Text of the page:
Posts will be made on the first weekend of the month.

The Diocese of Leighlin (pronounced 'LOCKlin') was established in 1130 and united in 1678 with that of Kildare. St Conleth was appointed first bishop of Kildare around 490. Bishop James Moriarty of Kildare and Leighlin announced on 23 December that he was offering his resignation to Pope Benedict. This followed on the resignation of Bishop Donal Murray, accepted on 17 December. On the evening of 24 December Bishops Eamon Walsh and Raymond Field, auxiliaries of the Archdiocese of Dublin, announced that they were offering their resignations.
These were all in the aftermath of the Murphy Report on the abuse of children by priests in the Archdiocese of Dublin.

29 December 2009

Catholic Church in Ireland 'burning down'

The photo of St Mel’s Cathedral, Longford, Ireland, which burned in the early hours of Christmas Day, is an apt image of the Catholic Church in Ireland at the moment. Four bishops have resigned in the last few weeks in the aftermath of the Dublin (Murphy) Report published on 26 November. It was produced by a commission set up by the Irish government to look into the sexual abuse of children by priests in the Archdiocese of Dublin.

The four bishops were auxiliaries in the archdiocese during some of the period under examination, 1975 to 2004. The Report concluded that the Dublin Archdiocese's pre-occupations in dealing with cases of child sexual abuse, at least until the mid 1990s, were the maintenance of secrecy, the avoidance of scandal, the protection of the reputation of the Church, and the preservation of its assets. All other considerations, including the welfare of children and justice for victims, were subordinated to these priorities. The Archdiocese did not implement its own canon law rules and did its best to avoid any application of the law of the State.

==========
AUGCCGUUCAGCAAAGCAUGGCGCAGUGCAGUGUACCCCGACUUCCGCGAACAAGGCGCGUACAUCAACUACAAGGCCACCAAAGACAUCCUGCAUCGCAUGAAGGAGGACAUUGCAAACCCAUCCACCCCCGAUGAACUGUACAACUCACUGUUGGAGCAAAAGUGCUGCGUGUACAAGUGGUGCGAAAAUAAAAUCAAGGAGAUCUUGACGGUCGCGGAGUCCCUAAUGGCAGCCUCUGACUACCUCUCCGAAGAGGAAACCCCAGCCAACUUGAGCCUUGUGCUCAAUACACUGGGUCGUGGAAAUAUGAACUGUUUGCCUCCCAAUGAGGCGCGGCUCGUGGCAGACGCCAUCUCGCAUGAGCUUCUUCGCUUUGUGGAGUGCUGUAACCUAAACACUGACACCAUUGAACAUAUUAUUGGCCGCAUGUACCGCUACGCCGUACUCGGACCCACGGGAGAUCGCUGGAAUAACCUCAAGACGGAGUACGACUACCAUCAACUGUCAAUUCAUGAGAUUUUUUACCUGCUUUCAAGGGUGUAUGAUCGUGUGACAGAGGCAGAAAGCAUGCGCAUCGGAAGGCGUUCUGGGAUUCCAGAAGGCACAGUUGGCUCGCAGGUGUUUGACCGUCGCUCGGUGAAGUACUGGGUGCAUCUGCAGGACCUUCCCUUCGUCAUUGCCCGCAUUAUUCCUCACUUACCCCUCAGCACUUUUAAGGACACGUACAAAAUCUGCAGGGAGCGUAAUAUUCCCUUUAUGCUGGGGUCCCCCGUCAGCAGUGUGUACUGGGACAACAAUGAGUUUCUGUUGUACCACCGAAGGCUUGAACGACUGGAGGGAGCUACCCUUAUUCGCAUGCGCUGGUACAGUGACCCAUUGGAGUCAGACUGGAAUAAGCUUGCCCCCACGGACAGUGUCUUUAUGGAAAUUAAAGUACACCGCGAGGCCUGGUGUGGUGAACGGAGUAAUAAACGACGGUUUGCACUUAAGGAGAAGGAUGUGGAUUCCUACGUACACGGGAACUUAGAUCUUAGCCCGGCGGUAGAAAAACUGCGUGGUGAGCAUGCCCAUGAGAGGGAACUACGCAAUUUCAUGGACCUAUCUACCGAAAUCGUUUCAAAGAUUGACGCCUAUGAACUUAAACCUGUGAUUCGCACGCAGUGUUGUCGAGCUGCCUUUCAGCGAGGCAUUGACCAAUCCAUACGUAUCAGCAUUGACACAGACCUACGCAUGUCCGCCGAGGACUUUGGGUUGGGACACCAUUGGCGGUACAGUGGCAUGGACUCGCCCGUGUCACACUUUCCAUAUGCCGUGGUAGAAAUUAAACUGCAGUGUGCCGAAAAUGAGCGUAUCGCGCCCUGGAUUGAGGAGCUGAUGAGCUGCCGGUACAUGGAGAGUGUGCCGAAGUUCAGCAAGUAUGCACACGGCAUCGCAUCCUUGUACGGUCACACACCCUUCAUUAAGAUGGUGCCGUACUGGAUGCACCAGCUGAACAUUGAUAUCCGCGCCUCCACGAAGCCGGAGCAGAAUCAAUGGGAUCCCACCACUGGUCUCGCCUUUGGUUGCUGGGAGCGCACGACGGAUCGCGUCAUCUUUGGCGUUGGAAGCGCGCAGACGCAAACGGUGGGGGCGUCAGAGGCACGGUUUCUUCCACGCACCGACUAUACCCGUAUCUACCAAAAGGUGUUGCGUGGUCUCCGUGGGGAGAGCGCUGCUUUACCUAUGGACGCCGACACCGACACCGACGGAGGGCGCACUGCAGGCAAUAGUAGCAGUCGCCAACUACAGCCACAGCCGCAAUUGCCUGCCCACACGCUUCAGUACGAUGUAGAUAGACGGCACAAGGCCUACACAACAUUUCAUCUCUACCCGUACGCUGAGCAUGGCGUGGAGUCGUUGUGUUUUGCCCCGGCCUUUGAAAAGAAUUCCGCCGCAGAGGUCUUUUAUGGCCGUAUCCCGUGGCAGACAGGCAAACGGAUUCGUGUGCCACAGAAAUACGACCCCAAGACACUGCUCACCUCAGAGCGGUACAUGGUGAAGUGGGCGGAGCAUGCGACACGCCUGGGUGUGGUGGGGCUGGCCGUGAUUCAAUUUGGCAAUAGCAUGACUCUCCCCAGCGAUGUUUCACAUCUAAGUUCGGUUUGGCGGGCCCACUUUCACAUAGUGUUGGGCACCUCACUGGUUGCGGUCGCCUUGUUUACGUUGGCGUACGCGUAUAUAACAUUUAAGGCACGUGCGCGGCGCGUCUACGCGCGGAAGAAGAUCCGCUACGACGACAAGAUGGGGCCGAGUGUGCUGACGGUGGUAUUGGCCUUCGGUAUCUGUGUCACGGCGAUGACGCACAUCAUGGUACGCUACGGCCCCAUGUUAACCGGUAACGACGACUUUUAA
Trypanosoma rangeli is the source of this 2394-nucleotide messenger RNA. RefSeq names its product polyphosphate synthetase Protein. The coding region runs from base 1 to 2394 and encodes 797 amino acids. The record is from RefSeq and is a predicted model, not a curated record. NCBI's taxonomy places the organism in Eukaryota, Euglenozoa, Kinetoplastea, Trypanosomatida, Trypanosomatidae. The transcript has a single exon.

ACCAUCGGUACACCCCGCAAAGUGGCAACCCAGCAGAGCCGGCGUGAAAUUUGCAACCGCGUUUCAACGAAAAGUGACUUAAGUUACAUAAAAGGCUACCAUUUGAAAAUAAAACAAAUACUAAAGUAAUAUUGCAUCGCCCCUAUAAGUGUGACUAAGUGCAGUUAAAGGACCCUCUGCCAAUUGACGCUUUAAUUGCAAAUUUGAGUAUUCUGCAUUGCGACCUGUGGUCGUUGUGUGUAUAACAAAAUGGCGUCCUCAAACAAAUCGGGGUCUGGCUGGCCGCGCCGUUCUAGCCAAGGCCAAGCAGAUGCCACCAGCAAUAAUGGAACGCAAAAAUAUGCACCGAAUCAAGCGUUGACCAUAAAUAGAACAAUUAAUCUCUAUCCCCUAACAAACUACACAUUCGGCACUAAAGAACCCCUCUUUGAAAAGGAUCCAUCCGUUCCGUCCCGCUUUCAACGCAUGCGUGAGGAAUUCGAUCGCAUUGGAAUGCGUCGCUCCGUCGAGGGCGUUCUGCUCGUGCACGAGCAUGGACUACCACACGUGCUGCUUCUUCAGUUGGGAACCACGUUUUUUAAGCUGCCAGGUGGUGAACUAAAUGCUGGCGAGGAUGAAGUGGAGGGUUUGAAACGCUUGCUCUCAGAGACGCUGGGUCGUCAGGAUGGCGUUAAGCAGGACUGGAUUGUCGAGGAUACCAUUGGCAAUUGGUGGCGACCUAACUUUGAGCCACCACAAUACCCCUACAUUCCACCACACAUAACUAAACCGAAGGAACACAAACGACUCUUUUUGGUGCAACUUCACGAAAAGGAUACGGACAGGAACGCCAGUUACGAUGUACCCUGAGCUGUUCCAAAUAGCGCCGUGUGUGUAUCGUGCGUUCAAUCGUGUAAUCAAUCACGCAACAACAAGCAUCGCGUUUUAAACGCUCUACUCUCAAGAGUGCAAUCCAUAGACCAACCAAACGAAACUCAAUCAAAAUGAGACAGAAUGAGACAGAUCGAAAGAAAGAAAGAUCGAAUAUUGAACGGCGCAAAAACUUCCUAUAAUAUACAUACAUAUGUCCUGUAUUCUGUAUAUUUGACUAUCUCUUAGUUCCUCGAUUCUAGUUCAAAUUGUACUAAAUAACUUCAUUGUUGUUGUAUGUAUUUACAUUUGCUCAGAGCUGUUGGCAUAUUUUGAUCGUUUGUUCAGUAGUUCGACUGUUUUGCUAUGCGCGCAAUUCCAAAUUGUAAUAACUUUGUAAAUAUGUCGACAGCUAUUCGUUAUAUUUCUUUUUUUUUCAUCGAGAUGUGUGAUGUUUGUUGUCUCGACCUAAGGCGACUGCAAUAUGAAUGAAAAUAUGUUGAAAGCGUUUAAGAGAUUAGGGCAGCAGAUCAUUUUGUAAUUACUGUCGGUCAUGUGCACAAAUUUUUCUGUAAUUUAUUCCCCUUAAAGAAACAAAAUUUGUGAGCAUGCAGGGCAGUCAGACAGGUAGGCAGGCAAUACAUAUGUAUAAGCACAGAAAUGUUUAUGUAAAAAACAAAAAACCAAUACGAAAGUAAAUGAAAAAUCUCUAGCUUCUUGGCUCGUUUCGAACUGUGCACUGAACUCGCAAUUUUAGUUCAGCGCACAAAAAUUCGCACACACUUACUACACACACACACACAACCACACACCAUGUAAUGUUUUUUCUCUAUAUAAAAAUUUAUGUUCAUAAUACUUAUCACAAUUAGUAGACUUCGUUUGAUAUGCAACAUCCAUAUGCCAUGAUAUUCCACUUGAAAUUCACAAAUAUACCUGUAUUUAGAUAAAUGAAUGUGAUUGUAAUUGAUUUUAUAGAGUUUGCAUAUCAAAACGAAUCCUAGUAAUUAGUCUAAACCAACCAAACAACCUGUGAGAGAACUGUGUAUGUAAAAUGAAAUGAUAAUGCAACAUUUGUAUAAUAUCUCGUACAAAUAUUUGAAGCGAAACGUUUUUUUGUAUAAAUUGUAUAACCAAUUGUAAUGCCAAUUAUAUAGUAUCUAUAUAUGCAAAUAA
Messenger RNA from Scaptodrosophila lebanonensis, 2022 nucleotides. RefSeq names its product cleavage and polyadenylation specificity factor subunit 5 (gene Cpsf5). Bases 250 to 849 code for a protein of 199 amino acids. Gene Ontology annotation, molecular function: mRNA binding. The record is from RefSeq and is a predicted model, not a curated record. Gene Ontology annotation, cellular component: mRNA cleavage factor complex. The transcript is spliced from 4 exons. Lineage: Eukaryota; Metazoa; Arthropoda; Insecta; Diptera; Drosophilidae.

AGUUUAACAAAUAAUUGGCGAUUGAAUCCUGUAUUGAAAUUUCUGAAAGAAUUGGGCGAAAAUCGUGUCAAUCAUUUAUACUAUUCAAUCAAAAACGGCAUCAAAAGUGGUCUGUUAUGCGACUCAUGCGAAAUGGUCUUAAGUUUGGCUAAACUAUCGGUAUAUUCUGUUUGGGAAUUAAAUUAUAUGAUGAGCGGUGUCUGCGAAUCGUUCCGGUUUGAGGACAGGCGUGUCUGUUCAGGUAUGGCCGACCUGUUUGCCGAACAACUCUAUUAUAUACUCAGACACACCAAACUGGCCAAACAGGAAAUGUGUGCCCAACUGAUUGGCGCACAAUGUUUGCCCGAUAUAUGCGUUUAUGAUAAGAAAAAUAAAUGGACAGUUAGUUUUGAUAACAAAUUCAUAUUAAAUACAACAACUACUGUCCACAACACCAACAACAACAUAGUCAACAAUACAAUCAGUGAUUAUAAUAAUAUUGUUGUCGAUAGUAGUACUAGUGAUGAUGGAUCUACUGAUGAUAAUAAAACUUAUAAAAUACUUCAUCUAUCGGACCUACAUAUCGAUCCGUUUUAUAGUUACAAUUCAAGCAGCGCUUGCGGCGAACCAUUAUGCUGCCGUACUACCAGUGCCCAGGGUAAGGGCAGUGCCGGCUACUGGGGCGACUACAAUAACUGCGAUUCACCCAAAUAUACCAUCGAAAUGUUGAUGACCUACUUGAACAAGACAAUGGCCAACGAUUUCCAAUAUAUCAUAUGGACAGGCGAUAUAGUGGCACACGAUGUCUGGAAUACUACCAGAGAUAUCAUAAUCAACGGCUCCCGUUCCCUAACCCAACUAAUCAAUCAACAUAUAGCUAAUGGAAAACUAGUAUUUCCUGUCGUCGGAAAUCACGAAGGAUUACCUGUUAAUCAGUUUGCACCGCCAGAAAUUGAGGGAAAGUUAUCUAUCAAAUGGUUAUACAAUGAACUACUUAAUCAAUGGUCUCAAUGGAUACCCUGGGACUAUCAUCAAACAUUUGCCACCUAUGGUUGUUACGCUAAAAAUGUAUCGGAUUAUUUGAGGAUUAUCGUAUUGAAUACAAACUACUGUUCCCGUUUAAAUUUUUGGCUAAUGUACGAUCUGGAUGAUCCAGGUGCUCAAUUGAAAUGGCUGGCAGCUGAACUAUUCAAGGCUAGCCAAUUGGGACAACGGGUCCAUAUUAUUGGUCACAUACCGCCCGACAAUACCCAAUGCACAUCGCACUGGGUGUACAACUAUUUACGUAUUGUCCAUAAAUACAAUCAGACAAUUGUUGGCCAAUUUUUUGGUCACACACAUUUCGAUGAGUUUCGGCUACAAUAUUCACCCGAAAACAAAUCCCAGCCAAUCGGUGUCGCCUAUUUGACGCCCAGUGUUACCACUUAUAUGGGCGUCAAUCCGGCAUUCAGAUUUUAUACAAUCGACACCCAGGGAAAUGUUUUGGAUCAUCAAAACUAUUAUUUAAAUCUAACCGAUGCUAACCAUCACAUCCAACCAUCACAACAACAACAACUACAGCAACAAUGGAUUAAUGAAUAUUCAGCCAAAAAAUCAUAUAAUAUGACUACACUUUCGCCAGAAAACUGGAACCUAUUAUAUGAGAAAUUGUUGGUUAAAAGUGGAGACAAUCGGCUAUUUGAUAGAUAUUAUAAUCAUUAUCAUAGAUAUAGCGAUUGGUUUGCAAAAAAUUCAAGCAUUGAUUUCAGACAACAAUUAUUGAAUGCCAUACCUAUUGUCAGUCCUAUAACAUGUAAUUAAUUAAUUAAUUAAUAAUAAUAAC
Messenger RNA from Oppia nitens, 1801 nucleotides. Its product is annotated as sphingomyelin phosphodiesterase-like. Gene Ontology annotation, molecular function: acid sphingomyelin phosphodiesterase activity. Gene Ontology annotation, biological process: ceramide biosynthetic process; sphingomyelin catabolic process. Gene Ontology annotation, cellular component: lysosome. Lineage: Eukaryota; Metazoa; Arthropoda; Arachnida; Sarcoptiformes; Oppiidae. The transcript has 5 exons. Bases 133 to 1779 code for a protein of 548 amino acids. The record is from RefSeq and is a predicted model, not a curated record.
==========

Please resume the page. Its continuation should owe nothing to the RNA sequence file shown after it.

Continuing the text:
Bishop Donal Murray

Pope Benedict accepted the resignation of Bishop Donal Murray of Limerick on 17 December . Bishop James Moriarty of Kildare and Leighlin announced his resignation on 23 December while auxiliary bishops Eamonn Walsh and Raymond field of Dublin informed Archbishop Diarmuid Martin late on Christmas Eve that they were submitting their resignations to Pope Benedict.

Bishop James Moriarty

Many welcomed what Bishop Moriarty said in his statement: However, with the benefit of hindsight, I accept that, from the time I became an Auxiliary Bishop, I should have challenged the prevailing culture.

Bishops Eamonn Walsh and Raymond Field

Bishop Martin Drennan